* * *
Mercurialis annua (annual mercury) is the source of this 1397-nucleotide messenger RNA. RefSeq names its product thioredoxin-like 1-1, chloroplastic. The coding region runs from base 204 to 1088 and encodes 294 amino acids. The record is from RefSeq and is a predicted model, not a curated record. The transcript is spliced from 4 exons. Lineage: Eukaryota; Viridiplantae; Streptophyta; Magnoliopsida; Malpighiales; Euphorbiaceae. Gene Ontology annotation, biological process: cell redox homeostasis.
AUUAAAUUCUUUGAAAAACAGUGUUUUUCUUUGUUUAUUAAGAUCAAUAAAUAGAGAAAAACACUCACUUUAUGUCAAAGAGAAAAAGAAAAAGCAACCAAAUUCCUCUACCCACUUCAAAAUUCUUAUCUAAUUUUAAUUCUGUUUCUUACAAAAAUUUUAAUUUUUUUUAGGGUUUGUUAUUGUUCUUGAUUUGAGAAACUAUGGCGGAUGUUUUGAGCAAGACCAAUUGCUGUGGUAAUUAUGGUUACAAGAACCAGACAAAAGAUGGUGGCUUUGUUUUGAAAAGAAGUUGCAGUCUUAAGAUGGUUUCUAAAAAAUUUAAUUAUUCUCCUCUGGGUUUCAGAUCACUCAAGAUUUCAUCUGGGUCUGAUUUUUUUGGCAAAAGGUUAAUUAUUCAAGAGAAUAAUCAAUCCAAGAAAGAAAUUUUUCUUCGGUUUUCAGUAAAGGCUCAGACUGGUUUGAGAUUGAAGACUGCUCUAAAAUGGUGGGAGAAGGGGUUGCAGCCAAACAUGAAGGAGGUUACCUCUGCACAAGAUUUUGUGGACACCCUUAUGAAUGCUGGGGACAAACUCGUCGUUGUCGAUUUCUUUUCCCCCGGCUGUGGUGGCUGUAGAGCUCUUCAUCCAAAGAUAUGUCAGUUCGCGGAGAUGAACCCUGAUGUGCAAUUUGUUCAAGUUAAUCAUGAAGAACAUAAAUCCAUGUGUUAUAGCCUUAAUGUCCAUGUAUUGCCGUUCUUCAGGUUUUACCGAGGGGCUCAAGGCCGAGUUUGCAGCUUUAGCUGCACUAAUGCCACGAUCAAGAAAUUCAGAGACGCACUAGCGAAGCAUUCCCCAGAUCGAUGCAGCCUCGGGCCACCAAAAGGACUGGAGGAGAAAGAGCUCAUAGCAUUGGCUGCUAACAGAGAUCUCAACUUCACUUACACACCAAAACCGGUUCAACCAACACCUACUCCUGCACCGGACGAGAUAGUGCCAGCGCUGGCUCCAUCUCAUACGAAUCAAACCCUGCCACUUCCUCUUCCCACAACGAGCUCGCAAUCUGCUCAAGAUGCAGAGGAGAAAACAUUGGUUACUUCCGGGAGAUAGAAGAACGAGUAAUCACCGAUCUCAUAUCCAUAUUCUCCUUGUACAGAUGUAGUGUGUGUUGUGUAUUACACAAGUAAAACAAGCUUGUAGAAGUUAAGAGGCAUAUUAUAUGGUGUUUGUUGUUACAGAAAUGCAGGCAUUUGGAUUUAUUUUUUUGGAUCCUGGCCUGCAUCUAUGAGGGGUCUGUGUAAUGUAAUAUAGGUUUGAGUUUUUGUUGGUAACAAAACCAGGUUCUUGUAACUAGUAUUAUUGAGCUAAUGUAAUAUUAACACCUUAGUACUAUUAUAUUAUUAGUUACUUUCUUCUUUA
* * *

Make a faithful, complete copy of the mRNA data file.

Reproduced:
Mercurialis annua (annual mercury) is the source of this 1397-nucleotide messenger RNA. RefSeq names its product thioredoxin-like 1-1, chloroplastic. The coding region runs from base 204 to 1088 and encodes 294 amino acids. The record is from RefSeq and is a predicted model, not a curated record. The transcript is spliced from 4 exons. Lineage: Eukaryota; Viridiplantae; Streptophyta; Magnoliopsida; Malpighiales; Euphorbiaceae. Gene Ontology annotation, biological process: cell redox homeostasis.
AUUAAAUUCUUUGAAAAACAGUGUUUUUCUUUGUUUAUUAAGAUCAAUAAAUAGAGAAAAACACUCACUUUAUGUCAAAGAGAAAAAGAAAAAGCAACCAAAUUCCUCUACCCACUUCAAAAUUCUUAUCUAAUUUUAAUUCUGUUUCUUACAAAAAUUUUAAUUUUUUUUAGGGUUUGUUAUUGUUCUUGAUUUGAGAAACUAUGGCGGAUGUUUUGAGCAAGACCAAUUGCUGUGGUAAUUAUGGUUACAAGAACCAGACAAAAGAUGGUGGCUUUGUUUUGAAAAGAAGUUGCAGUCUUAAGAUGGUUUCUAAAAAAUUUAAUUAUUCUCCUCUGGGUUUCAGAUCACUCAAGAUUUCAUCUGGGUCUGAUUUUUUUGGCAAAAGGUUAAUUAUUCAAGAGAAUAAUCAAUCCAAGAAAGAAAUUUUUCUUCGGUUUUCAGUAAAGGCUCAGACUGGUUUGAGAUUGAAGACUGCUCUAAAAUGGUGGGAGAAGGGGUUGCAGCCAAACAUGAAGGAGGUUACCUCUGCACAAGAUUUUGUGGACACCCUUAUGAAUGCUGGGGACAAACUCGUCGUUGUCGAUUUCUUUUCCCCCGGCUGUGGUGGCUGUAGAGCUCUUCAUCCAAAGAUAUGUCAGUUCGCGGAGAUGAACCCUGAUGUGCAAUUUGUUCAAGUUAAUCAUGAAGAACAUAAAUCCAUGUGUUAUAGCCUUAAUGUCCAUGUAUUGCCGUUCUUCAGGUUUUACCGAGGGGCUCAAGGCCGAGUUUGCAGCUUUAGCUGCACUAAUGCCACGAUCAAGAAAUUCAGAGACGCACUAGCGAAGCAUUCCCCAGAUCGAUGCAGCCUCGGGCCACCAAAAGGACUGGAGGAGAAAGAGCUCAUAGCAUUGGCUGCUAACAGAGAUCUCAACUUCACUUACACACCAAAACCGGUUCAACCAACACCUACUCCUGCACCGGACGAGAUAGUGCCAGCGCUGGCUCCAUCUCAUACGAAUCAAACCCUGCCACUUCCUCUUCCCACAACGAGCUCGCAAUCUGCUCAAGAUGCAGAGGAGAAAACAUUGGUUACUUCCGGGAGAUAGAAGAACGAGUAAUCACCGAUCUCAUAUCCAUAUUCUCCUUGUACAGAUGUAGUGUGUGUUGUGUAUUACACAAGUAAAACAAGCUUGUAGAAGUUAAGAGGCAUAUUAUAUGGUGUUUGUUGUUACAGAAAUGCAGGCAUUUGGAUUUAUUUUUUUGGAUCCUGGCCUGCAUCUAUGAGGGGUCUGUGUAAUGUAAUAUAGGUUUGAGUUUUUGUUGGUAACAAAACCAGGUUCUUGUAACUAGUAUUAUUGAGCUAAUGUAAUAUUAACACCUUAGUACUAUUAUAUUAUUAGUUACUUUCUUCUUUA